Legal and Compliance: You need someone from legal and/or compliance to identify the notification, legal and regulatory requirements of the breach response. This includes determining if there is an obligation by law or contact to notify internal organization clients or business partners of the breach and what the content of the notice should be. Breach notification requirements vary by state and contract, so you will need someone from legal and/or compliance to make sure you fulfill your legal obligations with respect to the data breach. This will be discussed more fully below at Step 4. If your organization does not have a legal department, hire an outside attorney who specializes in privacy and data security to help you understand your notification obligations in the event of a data breach.

Public Relations/Communications: You should also have someone who is responsible for disseminating information about the breach to your internal organization and coordinating the response to external public. With respect to the internal organization, your internal communications team will make sure that all your employees have talking points about the breach if they are approached.  For external communications to the public, you should hire a PR firm that specializes in crisis communication, and have this PR firm take directions and work closely with your internal communications team to coordinate the response.  Don’t skimp by trying to have your internal communications team handle the media and public communications. Your reputation and business could be irreparably harmed if public communications are done poorly or improperly.

Customer Service: After a data breach, customers have lots of questions, especially ones who are worried about identify theft and fraud. Your organization’s customer service department plays an important role in rebuilding your customers’ trust and ensuring that they understand what happened and how your organization is responding.  If your organization cannot handle the anticipated call volume, many organizations engage a call center and set up a dedicated hot-line that consumers can call to get information about the breach.  Websites have also proven to be useful, so that is another option to be considered. No matter what method used, you will need your customer service department to help you understand the best way to regain your customers trust.

For small organizations, it may not be possible to have different people serve these different functions, since there may not be a separate communications or a legal department. That doesn’t matter. The important point to recognize is that these roles are needed if a data breach occurs, and the business needs to identify who is going to fill them – even if it’s the same person!

Step 2: Establish Relationships with Breach Response Vendors and Law Enforcement

The second step is to establish relationships with breach response vendors, regulators and law enforcement before having a data breach.

With respect to regulators and law enforcement, reach out to the relevant Attorney Generals, Secret Service, FBI, and any other relevant regulator to introduce your business and discuss data privacy issues as soon as possible. It shows that your organization is serious about data protection and privacy and might earn your regulators’ trust and respect. You don’t want your first introduction to be when you report a data breach! A prior personal relationship may aid you when it comes time to report a data breach, and the regulators may be more inclined to offer advice, listen to your side of the story, and give you the benefit of the doubt about the steps you have taken.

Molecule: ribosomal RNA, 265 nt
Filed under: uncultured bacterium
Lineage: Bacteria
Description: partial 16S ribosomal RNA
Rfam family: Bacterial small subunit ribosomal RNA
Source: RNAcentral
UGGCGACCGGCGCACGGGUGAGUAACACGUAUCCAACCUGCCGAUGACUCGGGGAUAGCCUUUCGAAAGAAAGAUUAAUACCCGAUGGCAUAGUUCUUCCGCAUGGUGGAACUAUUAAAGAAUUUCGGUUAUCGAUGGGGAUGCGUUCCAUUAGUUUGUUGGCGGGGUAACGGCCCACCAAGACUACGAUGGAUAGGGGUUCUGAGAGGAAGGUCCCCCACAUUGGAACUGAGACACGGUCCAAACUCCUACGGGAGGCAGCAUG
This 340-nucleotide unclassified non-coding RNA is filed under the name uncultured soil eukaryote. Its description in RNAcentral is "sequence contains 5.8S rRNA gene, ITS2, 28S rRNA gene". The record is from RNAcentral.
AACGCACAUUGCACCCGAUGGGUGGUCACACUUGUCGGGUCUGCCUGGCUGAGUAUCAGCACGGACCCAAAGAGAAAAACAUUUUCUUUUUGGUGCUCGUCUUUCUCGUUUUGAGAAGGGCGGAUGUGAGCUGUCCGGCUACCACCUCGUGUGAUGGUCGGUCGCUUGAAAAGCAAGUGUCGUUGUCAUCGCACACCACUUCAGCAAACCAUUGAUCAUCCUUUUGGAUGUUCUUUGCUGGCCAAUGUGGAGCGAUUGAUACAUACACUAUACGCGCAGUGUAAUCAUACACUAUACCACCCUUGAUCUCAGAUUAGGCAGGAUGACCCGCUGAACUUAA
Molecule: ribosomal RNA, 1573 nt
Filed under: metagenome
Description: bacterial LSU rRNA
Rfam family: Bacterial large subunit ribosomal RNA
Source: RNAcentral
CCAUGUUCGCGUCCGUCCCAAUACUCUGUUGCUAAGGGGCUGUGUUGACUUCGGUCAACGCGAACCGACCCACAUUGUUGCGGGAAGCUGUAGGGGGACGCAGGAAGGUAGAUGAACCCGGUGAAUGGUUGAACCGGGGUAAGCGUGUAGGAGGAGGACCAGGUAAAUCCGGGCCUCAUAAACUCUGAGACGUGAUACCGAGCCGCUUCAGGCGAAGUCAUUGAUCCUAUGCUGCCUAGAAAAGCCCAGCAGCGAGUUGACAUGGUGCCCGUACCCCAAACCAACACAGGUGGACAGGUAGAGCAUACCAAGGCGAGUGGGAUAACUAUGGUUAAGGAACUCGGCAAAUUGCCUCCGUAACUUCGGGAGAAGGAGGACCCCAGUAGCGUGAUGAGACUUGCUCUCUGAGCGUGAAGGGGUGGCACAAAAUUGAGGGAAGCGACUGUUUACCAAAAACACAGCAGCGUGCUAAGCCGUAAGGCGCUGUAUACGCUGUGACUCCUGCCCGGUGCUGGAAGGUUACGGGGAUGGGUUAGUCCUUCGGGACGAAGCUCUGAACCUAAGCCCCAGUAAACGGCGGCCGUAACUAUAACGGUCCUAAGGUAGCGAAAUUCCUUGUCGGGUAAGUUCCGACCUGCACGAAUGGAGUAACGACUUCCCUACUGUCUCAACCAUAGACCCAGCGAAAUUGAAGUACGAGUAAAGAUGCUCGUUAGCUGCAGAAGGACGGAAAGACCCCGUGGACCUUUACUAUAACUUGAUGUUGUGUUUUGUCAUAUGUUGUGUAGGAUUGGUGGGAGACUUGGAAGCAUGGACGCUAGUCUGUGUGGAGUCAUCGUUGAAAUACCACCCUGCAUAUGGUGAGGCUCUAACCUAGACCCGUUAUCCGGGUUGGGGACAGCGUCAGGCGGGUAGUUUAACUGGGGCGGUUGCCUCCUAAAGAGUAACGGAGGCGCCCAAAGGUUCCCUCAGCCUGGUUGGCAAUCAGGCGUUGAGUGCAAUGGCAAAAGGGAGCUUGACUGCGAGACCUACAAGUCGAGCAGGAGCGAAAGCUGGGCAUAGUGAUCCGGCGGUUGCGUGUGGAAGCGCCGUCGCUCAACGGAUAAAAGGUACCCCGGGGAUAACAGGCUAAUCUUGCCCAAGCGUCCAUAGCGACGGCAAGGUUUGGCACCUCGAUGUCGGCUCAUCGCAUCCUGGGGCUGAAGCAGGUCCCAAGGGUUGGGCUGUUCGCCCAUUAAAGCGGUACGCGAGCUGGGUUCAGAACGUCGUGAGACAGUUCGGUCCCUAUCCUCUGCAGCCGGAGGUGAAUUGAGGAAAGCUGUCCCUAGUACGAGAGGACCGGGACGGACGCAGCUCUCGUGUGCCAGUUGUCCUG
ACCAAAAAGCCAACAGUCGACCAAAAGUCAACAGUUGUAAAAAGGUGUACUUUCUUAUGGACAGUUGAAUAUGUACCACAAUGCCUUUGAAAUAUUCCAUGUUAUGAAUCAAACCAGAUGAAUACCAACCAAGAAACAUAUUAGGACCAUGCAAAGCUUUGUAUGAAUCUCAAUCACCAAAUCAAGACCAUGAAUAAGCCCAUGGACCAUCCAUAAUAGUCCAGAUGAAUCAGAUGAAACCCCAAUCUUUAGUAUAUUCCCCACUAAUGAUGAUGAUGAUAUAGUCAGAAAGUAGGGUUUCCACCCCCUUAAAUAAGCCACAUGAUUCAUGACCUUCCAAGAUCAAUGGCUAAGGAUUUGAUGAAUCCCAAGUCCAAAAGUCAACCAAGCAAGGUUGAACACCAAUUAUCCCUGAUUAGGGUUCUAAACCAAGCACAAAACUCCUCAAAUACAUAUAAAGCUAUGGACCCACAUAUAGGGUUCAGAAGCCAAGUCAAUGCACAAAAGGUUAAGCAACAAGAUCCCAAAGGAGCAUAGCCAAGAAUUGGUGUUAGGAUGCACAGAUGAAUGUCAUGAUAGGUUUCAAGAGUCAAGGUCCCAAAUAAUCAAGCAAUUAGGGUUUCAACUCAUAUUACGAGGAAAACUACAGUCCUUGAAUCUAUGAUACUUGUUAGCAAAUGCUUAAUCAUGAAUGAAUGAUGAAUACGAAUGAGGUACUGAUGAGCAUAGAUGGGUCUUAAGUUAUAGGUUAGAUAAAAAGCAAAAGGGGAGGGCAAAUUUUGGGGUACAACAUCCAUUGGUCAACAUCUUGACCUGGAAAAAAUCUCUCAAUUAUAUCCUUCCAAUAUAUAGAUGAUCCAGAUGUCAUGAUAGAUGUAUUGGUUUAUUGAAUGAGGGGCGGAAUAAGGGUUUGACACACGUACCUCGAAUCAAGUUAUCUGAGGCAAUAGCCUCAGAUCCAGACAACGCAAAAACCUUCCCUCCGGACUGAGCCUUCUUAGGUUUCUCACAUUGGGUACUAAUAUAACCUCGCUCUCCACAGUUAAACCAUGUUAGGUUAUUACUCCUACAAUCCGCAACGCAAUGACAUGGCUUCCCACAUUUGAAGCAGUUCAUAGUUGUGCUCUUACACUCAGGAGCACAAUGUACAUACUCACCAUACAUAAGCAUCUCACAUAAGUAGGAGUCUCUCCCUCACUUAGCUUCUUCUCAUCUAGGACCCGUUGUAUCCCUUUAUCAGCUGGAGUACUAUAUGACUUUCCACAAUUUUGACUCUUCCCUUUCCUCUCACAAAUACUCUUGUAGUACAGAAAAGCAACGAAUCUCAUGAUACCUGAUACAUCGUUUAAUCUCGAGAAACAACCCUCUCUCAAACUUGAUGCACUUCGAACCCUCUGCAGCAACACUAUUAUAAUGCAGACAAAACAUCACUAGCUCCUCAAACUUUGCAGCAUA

With respect to vendors,  several types of third-party vendors perform critical functions and are needed during a data breach.  The most relevant to investigate provide the following services: Computer forensics, public relations, notification activities, consumer remedies (credit monitoring and identity theft), call centers, and legal services.

By contacting vendors before a breach occurs, you can explore the different options available and determine the best option for your organization. It is much more difficult to assess options while in the middle of a crisis, and you are more likely to purchase services that you don’t need. Also, if you are reaching out to a vendor for the first time in the middle of crisis, you are much more likely to be charged a higher rate for emergency services. By preparing in advance, you can negotiate on price and services and get the best available deal.

Step 3: Cyber-Liability Insurance

As part of your incident response plan, consider whether your organization needs cyber-liability insurance. Effective May 1, 2014, the Insurance Services Office (ISO) revised its Commercial General Liability (CGL) Policy form to exclude losses associated with a data breach.  See Insurance Journal, ISO Comments on CGL Endorsements for Data Breach Liability Exclusions, July 18, 2014.  Since the vast majority of U.S. CGL polices are partially or completely written on ISO’s standard form, your organization’s future CGL policies will likely exclude data breaches, if they don’t already.

To correct this insurance gap, consider purchasing cyber-liability insurance, which provides coverage two categories: first-party or third-party losses. First-party losses are the expenses incurred as a direct result of responding to the breach, such as computer forensics, public relations, notification costs, and others. Third-party losses are the losses incurred from claims for damage brought by customers, consumers, and others. Depending on your organization’s needs, it may be wise to purchase insurance for one or both types of losses. Given the exorbitant costs of a data breach, it may be well worth it.